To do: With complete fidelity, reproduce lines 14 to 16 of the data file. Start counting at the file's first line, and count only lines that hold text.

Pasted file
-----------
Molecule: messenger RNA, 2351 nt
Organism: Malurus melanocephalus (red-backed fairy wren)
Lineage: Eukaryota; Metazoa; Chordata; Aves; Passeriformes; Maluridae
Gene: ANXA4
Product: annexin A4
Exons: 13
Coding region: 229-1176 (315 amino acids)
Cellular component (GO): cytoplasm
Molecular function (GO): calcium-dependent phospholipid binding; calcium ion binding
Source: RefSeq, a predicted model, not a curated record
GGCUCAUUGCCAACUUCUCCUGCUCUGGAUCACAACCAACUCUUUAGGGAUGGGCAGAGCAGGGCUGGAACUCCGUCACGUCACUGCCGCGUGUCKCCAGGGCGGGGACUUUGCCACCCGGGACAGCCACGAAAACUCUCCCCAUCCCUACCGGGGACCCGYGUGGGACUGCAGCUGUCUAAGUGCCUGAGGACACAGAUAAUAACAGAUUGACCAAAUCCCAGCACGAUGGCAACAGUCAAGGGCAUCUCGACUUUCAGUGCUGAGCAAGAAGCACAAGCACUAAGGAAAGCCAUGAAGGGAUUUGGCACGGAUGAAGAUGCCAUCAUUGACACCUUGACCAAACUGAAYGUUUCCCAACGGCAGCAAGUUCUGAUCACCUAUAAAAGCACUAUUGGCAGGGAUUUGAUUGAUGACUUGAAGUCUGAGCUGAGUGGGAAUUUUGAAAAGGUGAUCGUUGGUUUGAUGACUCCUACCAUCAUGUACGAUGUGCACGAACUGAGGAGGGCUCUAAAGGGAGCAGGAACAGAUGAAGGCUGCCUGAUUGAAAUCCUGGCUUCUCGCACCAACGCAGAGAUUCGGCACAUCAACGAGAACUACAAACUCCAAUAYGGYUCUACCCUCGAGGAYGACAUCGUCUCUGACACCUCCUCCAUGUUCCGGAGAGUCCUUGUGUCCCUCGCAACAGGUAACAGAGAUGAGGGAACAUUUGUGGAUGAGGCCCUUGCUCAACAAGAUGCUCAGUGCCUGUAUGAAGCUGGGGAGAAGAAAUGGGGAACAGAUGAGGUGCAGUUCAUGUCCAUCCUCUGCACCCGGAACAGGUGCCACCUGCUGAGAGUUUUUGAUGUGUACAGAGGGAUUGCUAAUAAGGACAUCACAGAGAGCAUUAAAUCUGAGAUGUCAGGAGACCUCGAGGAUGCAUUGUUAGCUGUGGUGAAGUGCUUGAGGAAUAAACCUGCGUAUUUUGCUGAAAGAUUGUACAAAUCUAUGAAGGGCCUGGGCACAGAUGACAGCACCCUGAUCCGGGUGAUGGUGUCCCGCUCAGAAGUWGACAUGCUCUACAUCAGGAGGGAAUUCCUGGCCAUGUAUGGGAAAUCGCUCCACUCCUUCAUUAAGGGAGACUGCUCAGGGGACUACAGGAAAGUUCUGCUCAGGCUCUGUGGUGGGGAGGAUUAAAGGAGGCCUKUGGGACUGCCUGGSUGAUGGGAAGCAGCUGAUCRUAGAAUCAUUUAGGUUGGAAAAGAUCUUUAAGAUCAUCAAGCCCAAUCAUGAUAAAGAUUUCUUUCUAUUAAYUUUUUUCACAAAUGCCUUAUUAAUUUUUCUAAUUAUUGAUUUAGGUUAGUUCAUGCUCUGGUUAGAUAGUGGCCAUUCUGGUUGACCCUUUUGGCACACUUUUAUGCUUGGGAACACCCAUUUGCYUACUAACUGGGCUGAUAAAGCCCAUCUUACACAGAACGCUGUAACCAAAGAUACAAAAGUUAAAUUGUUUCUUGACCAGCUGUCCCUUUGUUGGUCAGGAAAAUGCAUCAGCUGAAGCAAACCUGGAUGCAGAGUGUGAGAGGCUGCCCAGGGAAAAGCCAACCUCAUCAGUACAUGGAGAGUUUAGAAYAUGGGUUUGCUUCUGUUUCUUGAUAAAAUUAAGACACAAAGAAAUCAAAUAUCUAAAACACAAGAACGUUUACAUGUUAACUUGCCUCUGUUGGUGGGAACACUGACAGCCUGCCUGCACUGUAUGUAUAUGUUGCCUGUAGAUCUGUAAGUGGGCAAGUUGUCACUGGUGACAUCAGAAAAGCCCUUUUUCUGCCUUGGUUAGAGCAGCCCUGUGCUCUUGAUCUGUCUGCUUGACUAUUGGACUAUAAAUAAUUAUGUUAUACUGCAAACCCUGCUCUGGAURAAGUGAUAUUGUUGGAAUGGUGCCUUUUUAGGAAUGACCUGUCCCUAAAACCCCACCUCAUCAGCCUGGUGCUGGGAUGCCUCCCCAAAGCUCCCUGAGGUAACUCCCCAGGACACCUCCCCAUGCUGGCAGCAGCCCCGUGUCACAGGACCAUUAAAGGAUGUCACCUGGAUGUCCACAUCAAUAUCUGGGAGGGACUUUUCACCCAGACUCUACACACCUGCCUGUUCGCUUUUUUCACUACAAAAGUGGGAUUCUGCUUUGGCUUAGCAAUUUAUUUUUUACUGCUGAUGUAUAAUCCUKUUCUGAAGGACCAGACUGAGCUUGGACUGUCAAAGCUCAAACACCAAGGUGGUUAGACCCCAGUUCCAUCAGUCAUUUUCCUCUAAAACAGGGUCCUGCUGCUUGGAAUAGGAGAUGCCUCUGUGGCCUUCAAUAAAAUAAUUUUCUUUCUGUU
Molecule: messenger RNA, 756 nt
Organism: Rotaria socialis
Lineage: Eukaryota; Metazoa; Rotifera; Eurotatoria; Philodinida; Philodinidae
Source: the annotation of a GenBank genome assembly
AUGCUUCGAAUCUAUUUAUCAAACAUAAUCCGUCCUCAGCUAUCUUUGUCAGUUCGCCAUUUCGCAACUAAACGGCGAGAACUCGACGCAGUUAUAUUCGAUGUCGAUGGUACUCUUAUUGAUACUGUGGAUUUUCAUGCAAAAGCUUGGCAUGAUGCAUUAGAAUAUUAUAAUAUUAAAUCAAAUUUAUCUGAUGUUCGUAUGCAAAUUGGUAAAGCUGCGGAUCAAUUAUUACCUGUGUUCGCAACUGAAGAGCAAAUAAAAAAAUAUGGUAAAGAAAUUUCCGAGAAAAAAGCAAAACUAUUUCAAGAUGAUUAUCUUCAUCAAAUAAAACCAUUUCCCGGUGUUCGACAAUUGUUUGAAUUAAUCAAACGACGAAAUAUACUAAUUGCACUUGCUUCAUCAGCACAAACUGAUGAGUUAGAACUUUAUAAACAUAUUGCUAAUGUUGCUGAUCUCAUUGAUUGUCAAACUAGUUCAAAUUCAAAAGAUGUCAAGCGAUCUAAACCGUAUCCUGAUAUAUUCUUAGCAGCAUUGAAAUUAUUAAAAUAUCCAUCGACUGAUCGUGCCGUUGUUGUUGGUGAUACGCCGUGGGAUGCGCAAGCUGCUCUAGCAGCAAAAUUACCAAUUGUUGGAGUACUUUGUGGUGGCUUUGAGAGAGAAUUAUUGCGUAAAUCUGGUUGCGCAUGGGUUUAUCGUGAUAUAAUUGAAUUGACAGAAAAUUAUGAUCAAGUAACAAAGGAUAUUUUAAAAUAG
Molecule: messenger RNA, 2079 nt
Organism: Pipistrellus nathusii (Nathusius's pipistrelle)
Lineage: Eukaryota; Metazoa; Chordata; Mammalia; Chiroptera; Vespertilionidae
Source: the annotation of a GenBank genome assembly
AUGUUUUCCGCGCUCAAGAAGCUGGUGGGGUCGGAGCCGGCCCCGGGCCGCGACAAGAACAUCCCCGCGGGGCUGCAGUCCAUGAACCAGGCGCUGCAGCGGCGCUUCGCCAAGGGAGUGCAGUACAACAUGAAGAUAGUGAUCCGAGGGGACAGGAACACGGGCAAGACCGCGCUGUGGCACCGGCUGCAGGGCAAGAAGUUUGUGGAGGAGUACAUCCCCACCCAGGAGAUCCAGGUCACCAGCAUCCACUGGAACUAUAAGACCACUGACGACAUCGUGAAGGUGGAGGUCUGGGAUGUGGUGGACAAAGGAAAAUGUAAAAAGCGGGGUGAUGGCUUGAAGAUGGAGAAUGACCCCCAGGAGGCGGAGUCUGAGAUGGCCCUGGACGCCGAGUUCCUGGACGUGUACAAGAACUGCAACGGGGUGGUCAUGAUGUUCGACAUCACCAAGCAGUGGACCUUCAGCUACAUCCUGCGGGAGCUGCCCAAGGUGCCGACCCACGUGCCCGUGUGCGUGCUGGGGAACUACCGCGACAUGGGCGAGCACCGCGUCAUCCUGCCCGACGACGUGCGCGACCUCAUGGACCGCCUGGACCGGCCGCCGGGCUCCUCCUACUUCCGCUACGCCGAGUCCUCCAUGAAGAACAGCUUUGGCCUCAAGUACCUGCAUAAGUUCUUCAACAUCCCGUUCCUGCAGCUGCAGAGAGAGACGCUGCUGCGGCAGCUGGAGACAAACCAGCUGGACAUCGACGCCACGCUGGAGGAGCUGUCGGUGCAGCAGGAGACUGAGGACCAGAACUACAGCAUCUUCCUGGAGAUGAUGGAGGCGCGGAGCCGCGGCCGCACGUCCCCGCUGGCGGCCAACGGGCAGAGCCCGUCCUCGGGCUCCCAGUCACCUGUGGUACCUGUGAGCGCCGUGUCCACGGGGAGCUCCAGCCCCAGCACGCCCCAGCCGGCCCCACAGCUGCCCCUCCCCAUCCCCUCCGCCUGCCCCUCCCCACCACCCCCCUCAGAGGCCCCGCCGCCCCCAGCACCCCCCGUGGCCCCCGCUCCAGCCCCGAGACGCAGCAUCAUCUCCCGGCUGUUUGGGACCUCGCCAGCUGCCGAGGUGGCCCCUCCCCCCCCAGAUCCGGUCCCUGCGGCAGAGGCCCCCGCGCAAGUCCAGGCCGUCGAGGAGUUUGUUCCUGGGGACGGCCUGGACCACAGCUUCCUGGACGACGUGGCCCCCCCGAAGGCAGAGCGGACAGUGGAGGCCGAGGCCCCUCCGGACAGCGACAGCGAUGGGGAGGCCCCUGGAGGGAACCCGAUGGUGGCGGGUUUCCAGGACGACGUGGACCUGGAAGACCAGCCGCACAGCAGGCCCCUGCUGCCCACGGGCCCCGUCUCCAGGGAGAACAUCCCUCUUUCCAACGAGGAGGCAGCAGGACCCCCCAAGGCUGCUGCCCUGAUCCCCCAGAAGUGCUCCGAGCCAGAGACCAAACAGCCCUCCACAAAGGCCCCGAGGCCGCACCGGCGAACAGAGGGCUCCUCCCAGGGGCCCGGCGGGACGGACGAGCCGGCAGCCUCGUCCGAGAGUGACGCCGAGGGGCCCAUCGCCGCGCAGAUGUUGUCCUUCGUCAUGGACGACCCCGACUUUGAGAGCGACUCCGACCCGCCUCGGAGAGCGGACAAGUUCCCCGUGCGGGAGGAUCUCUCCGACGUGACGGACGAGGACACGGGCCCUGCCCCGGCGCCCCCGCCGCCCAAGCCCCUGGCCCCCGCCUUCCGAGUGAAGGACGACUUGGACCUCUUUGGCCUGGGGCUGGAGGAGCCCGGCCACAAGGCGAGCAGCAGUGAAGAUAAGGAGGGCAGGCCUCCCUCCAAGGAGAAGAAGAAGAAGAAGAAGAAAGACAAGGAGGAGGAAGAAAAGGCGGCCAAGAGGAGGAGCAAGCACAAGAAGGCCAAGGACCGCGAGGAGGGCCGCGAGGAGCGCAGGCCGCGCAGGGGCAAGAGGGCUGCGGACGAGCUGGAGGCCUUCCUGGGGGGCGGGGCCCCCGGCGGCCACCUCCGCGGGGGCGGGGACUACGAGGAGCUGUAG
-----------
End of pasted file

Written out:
Lineage: Eukaryota; Metazoa; Rotifera; Eurotatoria; Philodinida; Philodinidae
Source: the annotation of a GenBank genome assembly
AUGCUUCGAAUCUAUUUAUCAAACAUAAUCCGUCCUCAGCUAUCUUUGUCAGUUCGCCAUUUCGCAACUAAACGGCGAGAACUCGACGCAGUUAUAUUCGAUGUCGAUGGUACUCUUAUUGAUACUGUGGAUUUUCAUGCAAAAGCUUGGCAUGAUGCAUUAGAAUAUUAUAAUAUUAAAUCAAAUUUAUCUGAUGUUCGUAUGCAAAUUGGUAAAGCUGCGGAUCAAUUAUUACCUGUGUUCGCAACUGAAGAGCAAAUAAAAAAAUAUGGUAAAGAAAUUUCCGAGAAAAAAGCAAAACUAUUUCAAGAUGAUUAUCUUCAUCAAAUAAAACCAUUUCCCGGUGUUCGACAAUUGUUUGAAUUAAUCAAACGACGAAAUAUACUAAUUGCACUUGCUUCAUCAGCACAAACUGAUGAGUUAGAACUUUAUAAACAUAUUGCUAAUGUUGCUGAUCUCAUUGAUUGUCAAACUAGUUCAAAUUCAAAAGAUGUCAAGCGAUCUAAACCGUAUCCUGAUAUAUUCUUAGCAGCAUUGAAAUUAUUAAAAUAUCCAUCGACUGAUCGUGCCGUUGUUGUUGGUGAUACGCCGUGGGAUGCGCAAGCUGCUCUAGCAGCAAAAUUACCAAUUGUUGGAGUACUUUGUGGUGGCUUUGAGAGAGAAUUAUUGCGUAAAUCUGGUUGCGCAUGGGUUUAUCGUGAUAUAAUUGAAUUGACAGAAAAUUAUGAUCAAGUAACAAAGGAUAUUUUAAAAUAG